Comment of the Day: VSPs and the Case of the Disappearing BPEA: "Brad Delong has nice things to say about my old Brookings Paper on Economic Activity on the liquidity trap...:
...and asks why central bankers still don’t seem to get some of the basic points I made way back then, especially about the desirability of a higher inflation target. I actually have a few thoughts, which are inevitably mostly — but not entirely! — self-serving. First, most trivially... I suspect that fewer macroeconomists have actually read that paper.... I still run into people who believe that the modern liquidity-trap literature started with Eggertsson and Woodford, which was written several years later, and that my piece must have been a commentary on theirs (which was very good!) And it’s been very clear that remarkably few people read what I had to say about financial intermediaries and monetary aggregates, even though that has turned out, I’d argue, to be a really important insight. This comes, I think, from... micro-tribalism.... I have never been part of the domestic-economy macroeconomic regular circuit, so some of them couldn’t believe that I could have something new to tell them (or were simply unaware that the paper even existed.) After all, in the early stages of the crisis response you encountered lots of macroeconomists asserting that ‘nobody’ had discussed fiscal policy in recent years, even though Obstfeld and Rogoff had done plenty in their big 1996 book; the point is that Obstfeld and Rogoff were in the international macro circuit, and domestic guys weren’t listening. Oh, and by the time some of them may have gotten a clue that I wrote something they maybe should read, I was politically controversial, which shouldn’t matter but does. In effect, some people may have been unwilling to consider that I might have been right about macroeconomics because I had committed the unforgivable sin of being right about Iraq. (I told you this would be self-serving!)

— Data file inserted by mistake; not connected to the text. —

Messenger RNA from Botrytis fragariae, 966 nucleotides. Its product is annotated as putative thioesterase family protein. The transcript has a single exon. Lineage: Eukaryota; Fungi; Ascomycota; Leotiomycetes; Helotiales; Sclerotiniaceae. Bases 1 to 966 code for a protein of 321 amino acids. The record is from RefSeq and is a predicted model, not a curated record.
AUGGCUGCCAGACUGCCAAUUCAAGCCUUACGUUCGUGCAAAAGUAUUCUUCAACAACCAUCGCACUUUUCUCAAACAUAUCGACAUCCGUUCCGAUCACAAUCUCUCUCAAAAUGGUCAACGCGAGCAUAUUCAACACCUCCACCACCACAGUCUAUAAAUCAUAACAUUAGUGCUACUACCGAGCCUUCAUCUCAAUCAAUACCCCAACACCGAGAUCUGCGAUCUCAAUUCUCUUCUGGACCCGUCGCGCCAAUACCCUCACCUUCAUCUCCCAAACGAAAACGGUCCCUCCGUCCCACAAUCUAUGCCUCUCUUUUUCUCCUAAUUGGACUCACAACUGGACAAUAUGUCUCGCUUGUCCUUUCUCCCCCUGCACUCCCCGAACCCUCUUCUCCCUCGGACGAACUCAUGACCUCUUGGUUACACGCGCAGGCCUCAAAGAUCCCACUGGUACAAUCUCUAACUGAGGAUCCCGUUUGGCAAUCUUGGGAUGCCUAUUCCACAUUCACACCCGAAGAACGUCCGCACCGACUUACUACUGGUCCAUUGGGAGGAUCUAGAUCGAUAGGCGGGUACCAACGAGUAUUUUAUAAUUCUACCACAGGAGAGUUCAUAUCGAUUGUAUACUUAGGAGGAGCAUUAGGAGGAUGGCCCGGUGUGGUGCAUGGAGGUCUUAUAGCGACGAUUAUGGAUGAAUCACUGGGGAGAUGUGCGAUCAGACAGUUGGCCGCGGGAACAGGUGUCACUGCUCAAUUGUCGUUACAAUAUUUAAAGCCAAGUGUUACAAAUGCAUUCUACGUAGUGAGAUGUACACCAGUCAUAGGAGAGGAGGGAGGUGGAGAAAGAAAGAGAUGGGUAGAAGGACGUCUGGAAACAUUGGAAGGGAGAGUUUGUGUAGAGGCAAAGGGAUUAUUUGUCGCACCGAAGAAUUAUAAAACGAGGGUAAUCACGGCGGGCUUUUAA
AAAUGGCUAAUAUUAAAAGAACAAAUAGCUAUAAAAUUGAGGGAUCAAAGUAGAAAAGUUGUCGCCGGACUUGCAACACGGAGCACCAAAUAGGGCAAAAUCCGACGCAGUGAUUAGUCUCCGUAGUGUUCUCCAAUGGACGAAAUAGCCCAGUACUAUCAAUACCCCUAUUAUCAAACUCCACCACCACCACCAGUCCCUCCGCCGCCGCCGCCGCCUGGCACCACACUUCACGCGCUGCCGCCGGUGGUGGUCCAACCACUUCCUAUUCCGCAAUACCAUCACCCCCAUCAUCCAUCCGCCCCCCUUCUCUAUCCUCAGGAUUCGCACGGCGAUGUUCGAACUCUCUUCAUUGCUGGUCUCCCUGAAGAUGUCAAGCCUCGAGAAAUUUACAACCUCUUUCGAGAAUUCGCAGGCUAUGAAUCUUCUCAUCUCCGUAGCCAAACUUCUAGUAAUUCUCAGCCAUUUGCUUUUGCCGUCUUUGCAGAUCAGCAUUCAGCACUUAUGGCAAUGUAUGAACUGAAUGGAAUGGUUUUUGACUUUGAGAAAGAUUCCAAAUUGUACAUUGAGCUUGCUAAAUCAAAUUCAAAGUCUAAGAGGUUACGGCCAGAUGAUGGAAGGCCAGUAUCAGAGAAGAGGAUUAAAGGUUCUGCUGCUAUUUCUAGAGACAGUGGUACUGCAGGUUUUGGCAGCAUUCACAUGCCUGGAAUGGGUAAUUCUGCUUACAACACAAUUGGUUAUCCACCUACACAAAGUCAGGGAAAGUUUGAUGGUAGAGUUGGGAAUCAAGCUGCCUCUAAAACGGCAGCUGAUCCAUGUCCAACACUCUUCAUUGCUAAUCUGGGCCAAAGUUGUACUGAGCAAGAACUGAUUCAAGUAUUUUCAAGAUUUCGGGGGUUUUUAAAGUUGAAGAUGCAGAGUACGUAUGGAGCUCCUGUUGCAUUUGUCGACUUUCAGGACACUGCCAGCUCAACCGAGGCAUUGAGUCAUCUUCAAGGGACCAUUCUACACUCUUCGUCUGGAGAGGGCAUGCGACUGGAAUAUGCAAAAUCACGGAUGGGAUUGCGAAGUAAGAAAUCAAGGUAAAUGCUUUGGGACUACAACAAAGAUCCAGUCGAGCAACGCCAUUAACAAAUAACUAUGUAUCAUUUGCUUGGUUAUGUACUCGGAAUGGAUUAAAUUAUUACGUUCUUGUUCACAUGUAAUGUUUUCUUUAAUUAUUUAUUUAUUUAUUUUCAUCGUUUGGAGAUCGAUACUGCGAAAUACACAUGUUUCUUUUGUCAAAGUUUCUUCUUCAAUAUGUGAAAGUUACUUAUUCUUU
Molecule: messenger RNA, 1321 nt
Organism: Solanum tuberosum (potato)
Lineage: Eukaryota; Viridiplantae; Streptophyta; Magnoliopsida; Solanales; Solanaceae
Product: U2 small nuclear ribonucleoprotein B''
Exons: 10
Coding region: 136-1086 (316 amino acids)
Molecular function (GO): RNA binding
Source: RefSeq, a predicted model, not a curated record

Second, the whole story of our woeful crisis response has been that Very Serious People seize on orthodoxies that are grounded more in their gut feelings and the comfort that comes from repeating what everyone else says than in economic analysis. Central bankers are more given to analytical thinking than most, but it’s still a very brave official who disputes the orthodoxy of 2 percent, even though the original rationale for that target--it was supposed to make the zero lower bound no problem--has long since evaporated.
Finally, to be fair, there are arguments one can make that go beyond what I said in 1998. Some models of sticky prices suggest that inflation may have bigger costs than conventional models imply. I don’t find these models plausible, but it’s not all gut feelings here. The bottom line, however, is that while you might think it obvious that a clearly relevant paper by a well-known guy with all the right credentials must be widely understood by people who matter, it ain’t necessarily so.